Don’t be like Mr Bean and get misunderstood!
Get on board and let the world know about you and what you are doing!
Do you need one?
I agree with Amy Burman – Casting Director – when she talks about whether you need or should have one. Strictly speaking you don’t need it, but I do think you should. The industry has and is changing a lot.
It’s becoming a given that you have a website, Twitter and Facebook – let alone other – accounts. Castings are even starting be based on whether you have your own infrastructure, so it’s easier for the film/TV/Show to ask you to help them promote their project.
Where to get started, if you don’t want to build it yourself…
So, I want to share some of my experiences of creating this technical mountain for a performer. This applies for singers, actors, comedians, whatever you do. There are a few places you can get started which are quite reasonably priced – castingcallpro (UK), siteyourart.com (UK), Actor Webs (USA) or castingworkbook (Canada). Many offer easy templates to insert relevant info., but you may be limited in choice of formats and, if, like me, you want more than 1 site, but need to manage them through 1 admin panel and integrated with systems like Mailchimp, then these aren’t so ideal.
Free sites for your to build your own…
I have a WordPress site, but there are others – Wix, Yola, Squarespace and WordPress which do offer free sites. I prefer WordPress as at time of writing this, it’s been around the longest and so when I run into problems getting free help it’s a lot easier to find it and it’s integrated to most systems, like Eventbrite and Mailchimp if you want a mailing list and advertise events for free.
I’ve gone down the route of having someone else build my site, but, eventually, I’ve been very let down and, sadly, this is a very common problem for performers when you pay a lot and get ‘cowboy’ website designers who don’t do what they say or charge well above what the job requires. I’ve even found this with hosting, so I’ve started to manage all of this on my own.
It’s been good though, as I’ve needed to learn ‘how to’ myself, with a lot of help from friends!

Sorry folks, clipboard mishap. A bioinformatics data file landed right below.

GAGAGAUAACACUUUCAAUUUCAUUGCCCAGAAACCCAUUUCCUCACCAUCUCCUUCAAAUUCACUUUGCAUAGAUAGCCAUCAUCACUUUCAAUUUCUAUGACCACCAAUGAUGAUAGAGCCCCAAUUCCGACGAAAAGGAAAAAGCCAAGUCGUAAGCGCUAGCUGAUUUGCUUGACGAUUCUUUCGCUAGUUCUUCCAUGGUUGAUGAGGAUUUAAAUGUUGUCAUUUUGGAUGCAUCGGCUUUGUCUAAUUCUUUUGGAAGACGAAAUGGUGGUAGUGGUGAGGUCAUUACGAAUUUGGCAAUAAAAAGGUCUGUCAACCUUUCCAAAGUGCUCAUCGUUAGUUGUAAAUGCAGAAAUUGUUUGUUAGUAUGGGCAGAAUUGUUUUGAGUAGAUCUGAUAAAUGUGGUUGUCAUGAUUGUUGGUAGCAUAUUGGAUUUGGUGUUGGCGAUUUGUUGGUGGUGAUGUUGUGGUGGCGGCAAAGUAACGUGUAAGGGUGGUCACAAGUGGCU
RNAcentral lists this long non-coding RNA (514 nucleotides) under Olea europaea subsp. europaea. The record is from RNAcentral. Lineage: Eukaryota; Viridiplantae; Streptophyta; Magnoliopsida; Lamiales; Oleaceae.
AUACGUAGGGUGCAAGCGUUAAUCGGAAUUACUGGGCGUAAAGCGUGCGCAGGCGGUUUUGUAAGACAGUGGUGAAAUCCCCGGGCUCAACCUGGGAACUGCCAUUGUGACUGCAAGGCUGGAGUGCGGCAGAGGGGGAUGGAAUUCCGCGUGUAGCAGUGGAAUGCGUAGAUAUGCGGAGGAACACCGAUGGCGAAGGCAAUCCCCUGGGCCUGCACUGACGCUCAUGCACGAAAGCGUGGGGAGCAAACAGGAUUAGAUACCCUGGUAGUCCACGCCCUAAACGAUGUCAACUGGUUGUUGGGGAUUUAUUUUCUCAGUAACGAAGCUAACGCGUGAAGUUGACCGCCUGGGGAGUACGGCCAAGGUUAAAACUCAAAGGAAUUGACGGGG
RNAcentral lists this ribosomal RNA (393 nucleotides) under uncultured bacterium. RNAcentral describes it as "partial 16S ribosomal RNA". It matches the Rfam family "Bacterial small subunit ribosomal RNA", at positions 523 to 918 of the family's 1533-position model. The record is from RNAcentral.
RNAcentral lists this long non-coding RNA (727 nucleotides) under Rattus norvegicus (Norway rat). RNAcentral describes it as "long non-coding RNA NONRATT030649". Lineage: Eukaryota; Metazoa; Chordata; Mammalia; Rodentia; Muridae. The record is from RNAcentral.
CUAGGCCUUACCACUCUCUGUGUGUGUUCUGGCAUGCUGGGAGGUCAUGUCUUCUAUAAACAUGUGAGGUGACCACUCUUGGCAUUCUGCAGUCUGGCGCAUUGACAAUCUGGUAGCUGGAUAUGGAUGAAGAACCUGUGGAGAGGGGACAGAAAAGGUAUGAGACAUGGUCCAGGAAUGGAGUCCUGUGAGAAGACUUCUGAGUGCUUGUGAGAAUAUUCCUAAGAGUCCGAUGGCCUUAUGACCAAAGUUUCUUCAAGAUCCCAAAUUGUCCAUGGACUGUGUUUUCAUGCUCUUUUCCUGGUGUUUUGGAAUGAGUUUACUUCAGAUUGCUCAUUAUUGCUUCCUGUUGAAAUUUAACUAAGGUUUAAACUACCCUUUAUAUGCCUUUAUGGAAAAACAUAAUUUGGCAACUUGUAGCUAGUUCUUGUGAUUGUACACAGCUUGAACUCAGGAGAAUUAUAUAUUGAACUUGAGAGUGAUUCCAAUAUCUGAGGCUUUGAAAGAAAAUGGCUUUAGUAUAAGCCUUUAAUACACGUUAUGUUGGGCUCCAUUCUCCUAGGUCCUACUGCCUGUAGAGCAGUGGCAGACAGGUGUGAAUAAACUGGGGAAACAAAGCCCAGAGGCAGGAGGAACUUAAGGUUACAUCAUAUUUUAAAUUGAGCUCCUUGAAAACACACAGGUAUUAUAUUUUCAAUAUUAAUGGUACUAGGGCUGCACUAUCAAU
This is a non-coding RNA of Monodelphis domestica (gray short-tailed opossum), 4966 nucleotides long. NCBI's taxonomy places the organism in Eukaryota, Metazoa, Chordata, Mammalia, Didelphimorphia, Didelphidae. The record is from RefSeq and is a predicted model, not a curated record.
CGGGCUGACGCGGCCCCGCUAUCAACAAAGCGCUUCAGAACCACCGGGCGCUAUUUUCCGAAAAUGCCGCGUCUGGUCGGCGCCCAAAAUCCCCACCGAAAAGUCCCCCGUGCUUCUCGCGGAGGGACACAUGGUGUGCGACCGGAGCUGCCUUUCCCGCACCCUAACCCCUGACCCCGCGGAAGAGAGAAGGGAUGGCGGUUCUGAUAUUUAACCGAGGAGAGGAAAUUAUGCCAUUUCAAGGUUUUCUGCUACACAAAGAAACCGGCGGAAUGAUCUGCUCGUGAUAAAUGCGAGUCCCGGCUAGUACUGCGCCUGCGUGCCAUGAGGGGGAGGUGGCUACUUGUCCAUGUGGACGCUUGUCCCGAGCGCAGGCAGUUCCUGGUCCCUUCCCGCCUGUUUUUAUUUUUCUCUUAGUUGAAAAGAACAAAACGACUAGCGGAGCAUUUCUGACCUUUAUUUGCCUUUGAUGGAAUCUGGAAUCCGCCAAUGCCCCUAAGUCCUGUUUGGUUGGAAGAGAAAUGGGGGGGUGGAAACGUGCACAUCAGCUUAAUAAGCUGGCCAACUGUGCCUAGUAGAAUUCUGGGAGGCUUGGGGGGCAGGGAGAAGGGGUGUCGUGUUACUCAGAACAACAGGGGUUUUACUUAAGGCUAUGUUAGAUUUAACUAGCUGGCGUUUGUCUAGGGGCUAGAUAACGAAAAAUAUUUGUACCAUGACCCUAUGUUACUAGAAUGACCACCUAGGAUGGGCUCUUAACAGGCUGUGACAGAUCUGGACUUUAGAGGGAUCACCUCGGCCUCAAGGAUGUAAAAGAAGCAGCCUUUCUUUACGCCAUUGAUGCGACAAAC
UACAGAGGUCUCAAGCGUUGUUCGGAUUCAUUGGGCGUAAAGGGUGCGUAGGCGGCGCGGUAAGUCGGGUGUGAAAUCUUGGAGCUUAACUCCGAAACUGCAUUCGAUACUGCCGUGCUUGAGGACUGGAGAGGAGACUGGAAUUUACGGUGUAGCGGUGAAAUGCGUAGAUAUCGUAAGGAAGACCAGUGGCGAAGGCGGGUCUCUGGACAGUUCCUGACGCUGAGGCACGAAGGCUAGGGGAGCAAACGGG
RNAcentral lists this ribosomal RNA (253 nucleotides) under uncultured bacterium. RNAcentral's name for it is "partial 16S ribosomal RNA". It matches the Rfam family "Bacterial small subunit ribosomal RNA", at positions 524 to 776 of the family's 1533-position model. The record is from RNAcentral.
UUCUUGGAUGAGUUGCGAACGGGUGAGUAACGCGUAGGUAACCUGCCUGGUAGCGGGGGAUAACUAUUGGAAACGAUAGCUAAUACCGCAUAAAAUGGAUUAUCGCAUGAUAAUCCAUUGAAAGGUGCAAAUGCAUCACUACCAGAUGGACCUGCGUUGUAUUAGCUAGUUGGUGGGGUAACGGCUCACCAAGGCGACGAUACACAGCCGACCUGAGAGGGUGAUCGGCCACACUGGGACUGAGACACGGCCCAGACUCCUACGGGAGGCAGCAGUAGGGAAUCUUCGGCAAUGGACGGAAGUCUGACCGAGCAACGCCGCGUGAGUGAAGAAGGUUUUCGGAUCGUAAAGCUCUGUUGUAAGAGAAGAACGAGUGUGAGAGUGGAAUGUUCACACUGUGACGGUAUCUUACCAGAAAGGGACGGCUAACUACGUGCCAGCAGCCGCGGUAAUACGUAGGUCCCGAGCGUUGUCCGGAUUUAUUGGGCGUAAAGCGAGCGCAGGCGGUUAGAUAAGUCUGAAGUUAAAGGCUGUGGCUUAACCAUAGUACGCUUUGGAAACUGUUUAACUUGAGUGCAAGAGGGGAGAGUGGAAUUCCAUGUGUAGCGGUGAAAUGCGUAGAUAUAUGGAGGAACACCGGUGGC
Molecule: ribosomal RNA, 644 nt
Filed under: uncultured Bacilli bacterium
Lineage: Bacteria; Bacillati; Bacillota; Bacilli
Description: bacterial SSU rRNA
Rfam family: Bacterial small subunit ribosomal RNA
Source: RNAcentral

Some problems you can run into if you require someone else to do the work on your sites:
- rely on someone else to update, which can take a while and they may charge you every time to do this
- they quote well over the cost of what the job requires – talk to people and shop around!
- they don’t do what they say they will do
- poor customer care – having to tell them that your site is down, rather than they know the server has gone down themselves
Here is some of Amy Russ’ advice to help you build a great site, click here.
If you need something faster use the services I’ve suggested, but start to get savvy on how to move it to what you can do yourself. They are a great place to start, but are limited in what they can do.
You can start to learn how to do things on your own over a few years and then you’ll be far better off – in my experience and opinion.
Plus, get your social media going! More about that in the future….
Big tip is – keep it up to date – nothing worse than an out of date website – this doesn’t have to be as onerous as it sounds. Just simple saying you are doing a class or a show on your site is a great way to keep the world out there aware of what you are doing. I write monthly blogs, like this one! It’s takes time, but set aside an hour a month and you can be doing the same!
Do you have a website? What has your experience been? What’s holding you back, if you don’t?